The wealthier brother - James Parrish. Collection of the Southampton Historical
Museum

As the new century progressed and Southampton's status as a first-class resort solidified, it was perhaps inevitable that a taste for excess would begin to assert itself. Increasingly, the cottage gave way to the mansion. The garden evolved and expanded and became an elaborate landscape design maintained by huge crews of groundsmen. The afternoon teas and soirees and musicales lost favor to be replaced by the formal balls and extravagant celebrations earlier arrivals had disdained.

For the socially nimble, it was sometimes possible to keep one foot on each side of the divide. James Breese, for example, a wealthy New York stockbroker, bought a farmhouse on Hill Street which, aided by his pal the architect Stanford White, he transformed into a mansion resembling Mt. Vernon (now the main building at the Whitefield condominiums). There he settled his family each summer, occasionally appearing himself to host a benefit for the Red Cross or some other charity.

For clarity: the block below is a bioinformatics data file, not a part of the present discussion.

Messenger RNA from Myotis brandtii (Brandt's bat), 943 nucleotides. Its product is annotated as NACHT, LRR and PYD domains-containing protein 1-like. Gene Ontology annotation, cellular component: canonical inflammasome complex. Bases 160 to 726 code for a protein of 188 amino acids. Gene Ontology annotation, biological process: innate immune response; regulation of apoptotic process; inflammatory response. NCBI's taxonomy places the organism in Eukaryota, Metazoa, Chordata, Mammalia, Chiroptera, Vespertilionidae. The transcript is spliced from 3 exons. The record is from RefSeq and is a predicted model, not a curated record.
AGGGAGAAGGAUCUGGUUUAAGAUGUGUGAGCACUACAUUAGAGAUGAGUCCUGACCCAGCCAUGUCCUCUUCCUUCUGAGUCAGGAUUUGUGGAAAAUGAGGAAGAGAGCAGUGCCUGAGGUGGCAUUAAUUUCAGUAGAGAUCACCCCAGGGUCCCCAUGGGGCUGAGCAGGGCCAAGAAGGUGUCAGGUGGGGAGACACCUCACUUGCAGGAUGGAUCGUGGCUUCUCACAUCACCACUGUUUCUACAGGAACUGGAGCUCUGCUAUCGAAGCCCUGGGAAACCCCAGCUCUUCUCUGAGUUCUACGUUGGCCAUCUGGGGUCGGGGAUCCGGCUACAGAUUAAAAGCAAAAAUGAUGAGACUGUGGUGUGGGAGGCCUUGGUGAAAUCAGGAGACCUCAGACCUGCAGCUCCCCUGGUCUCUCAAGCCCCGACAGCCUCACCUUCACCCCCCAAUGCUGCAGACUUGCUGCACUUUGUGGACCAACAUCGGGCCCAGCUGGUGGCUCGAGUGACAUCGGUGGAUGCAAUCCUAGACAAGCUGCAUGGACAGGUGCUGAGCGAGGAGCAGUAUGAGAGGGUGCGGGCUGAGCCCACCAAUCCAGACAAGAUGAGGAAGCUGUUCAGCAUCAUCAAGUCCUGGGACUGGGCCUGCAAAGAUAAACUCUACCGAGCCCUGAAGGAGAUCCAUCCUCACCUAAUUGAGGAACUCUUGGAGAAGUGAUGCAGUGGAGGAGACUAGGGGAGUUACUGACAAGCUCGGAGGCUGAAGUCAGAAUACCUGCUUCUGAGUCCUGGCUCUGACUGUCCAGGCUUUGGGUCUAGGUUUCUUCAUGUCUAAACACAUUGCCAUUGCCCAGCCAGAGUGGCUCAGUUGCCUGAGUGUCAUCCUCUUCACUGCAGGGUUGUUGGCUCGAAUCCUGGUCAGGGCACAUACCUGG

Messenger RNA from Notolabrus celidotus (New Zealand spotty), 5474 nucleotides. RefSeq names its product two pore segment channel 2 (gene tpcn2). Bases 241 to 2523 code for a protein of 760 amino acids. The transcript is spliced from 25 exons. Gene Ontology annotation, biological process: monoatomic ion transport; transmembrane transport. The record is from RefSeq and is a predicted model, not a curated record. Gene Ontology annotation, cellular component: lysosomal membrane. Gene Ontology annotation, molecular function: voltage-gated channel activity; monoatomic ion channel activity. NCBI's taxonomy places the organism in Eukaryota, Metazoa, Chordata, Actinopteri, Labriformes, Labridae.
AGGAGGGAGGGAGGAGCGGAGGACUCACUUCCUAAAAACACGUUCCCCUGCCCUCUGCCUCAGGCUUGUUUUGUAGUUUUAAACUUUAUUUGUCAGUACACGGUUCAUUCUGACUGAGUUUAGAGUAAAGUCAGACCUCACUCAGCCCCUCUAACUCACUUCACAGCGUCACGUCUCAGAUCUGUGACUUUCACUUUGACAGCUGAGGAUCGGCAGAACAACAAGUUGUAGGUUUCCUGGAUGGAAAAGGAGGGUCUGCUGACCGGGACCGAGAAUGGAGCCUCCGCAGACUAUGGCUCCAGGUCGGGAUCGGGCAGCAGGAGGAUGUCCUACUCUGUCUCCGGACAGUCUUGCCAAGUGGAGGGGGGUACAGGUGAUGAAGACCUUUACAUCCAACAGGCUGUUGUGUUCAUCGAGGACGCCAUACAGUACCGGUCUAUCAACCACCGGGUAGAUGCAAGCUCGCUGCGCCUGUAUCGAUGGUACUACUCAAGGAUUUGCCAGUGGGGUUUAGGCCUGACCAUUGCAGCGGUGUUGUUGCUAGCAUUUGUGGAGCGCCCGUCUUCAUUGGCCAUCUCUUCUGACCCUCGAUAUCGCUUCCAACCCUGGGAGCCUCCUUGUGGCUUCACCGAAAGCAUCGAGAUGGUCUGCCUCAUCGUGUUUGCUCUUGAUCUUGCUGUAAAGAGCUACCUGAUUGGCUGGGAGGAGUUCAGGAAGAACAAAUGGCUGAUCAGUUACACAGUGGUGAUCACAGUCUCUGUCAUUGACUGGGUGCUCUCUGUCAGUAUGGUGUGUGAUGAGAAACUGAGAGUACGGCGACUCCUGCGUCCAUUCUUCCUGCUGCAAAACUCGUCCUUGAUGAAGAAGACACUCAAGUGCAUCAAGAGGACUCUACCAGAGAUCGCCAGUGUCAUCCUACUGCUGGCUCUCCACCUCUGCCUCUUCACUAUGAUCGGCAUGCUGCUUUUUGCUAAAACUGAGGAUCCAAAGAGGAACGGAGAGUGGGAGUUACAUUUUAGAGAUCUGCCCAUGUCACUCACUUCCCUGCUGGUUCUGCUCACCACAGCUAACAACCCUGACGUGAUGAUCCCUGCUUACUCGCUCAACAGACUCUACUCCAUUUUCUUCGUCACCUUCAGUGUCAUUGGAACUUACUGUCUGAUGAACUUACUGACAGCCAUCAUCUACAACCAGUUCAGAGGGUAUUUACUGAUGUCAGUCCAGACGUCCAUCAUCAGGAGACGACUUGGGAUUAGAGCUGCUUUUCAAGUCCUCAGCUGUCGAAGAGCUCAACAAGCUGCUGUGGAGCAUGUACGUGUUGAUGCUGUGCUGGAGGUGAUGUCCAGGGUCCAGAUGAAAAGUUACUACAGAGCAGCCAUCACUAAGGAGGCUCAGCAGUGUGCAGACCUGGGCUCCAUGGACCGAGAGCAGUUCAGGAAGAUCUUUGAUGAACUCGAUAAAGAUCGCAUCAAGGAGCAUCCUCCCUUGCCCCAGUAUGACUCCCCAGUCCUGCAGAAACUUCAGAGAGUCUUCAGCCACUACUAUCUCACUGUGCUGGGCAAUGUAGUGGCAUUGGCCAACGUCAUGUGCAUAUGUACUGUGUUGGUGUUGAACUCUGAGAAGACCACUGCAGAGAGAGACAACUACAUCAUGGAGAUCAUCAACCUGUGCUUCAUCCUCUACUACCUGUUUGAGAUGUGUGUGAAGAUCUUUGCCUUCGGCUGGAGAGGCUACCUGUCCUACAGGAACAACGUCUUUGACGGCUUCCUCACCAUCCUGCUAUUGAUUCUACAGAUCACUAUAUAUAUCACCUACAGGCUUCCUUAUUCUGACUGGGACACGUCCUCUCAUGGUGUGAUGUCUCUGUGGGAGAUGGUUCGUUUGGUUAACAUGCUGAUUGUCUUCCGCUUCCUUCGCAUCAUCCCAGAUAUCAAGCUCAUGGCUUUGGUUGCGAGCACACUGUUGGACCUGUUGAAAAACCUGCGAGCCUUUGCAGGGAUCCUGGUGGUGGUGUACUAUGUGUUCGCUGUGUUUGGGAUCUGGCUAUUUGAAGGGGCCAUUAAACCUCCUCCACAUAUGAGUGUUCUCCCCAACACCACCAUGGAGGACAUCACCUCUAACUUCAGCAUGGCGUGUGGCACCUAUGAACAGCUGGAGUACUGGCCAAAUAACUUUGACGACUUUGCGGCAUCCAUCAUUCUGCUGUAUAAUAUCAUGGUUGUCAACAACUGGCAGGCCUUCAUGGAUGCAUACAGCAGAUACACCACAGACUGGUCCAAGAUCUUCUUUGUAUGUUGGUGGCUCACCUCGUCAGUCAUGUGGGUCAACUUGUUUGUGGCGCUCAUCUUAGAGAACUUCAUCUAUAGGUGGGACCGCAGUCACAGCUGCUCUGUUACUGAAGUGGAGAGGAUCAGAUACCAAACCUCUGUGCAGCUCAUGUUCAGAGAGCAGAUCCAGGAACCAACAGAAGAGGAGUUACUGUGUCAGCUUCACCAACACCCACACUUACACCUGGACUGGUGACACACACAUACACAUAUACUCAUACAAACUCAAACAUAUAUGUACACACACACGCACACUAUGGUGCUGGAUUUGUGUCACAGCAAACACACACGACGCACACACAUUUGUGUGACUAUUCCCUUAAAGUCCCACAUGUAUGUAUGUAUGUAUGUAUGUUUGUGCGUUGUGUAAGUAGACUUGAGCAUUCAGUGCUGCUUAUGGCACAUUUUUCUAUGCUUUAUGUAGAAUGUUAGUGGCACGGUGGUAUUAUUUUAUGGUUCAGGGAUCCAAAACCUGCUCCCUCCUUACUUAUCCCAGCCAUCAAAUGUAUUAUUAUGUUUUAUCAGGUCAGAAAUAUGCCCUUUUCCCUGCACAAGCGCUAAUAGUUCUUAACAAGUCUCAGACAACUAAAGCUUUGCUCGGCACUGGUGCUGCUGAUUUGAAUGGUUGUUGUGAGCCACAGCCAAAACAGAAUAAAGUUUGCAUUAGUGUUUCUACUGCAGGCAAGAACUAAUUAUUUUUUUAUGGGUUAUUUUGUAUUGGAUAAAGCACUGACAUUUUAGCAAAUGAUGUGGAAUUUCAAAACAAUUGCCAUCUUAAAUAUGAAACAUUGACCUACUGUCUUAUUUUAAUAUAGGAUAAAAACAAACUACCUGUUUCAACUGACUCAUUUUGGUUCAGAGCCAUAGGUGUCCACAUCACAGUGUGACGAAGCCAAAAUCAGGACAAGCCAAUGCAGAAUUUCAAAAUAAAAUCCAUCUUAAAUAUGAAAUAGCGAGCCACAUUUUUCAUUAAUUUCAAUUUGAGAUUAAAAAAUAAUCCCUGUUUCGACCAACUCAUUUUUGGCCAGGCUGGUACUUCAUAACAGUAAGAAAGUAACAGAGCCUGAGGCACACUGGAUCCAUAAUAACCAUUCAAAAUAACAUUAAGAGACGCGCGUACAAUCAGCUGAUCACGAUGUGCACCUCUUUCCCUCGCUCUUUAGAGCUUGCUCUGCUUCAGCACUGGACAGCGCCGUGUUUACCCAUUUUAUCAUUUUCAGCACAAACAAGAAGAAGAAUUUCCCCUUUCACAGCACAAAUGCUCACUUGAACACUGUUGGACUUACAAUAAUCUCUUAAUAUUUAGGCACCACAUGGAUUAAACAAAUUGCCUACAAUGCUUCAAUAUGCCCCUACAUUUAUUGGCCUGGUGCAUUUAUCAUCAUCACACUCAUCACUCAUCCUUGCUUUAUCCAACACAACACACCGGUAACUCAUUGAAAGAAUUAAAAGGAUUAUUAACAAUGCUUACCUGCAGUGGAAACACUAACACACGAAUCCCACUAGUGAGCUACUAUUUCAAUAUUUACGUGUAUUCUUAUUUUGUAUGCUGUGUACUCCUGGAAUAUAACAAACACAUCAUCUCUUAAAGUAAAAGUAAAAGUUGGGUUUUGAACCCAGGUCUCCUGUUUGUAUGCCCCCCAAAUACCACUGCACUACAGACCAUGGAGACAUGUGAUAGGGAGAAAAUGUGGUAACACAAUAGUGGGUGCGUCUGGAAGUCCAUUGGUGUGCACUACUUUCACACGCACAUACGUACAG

Meanwhile, back in the city, Breese moved in far racier circles, throwing naughty parties, among which the most infamous was the "Pie Girl" dinner. A stag event attended by White and others among Breese's bon vivant friends, it featured nearly nude young women serving the wine and a huge pie out of which popped the beauteous Susie Johnson accompanied by a flock of canaries and wearing either nothing at all or a bit of gauze (accounts vary).

The Orchard, residence of James L. Breese, early 1900s. Collection of the Southampton Historical Museum

In 1906, in what was probably the architect's last job before he was shot by Evelyn Nesbit's jealous husband, Stanford White unleashed his taste for the opulent on Breese's Music Room at The Orchard, adding gilt columns, a painted ceiling, animal skins, taxidermy, heraldry and more. White also set the bar high for landscaping splendor when he redesigned the gardens at the Orchard, creating an extraordinary Italianate series of garden rooms that were illuminated at night by Breese's private power plant.

All pretense of rural simplicity was dropped when H.H. Rogers, the son of Standard Oil magnate Henry Huddleston Rogers, built Black Point, his Mediterranean style villa in 1914-17. Rogers, who had a few traits in common with Breese, built his lavish villa atop a dune and surrounded it with a wall. A clear departure from the standard sprawling shingled affair, it was commented upon disapprovingly in the press for looking as though it "belonged in Newport." Its interior boasted Renaissance frescoes, rare 18th-century tiles and exotic ironwork. Its gardens were by Frederick Law Olmsted, and a $250,000 Pompeian-style swimming pool was designed by John Russell Pope.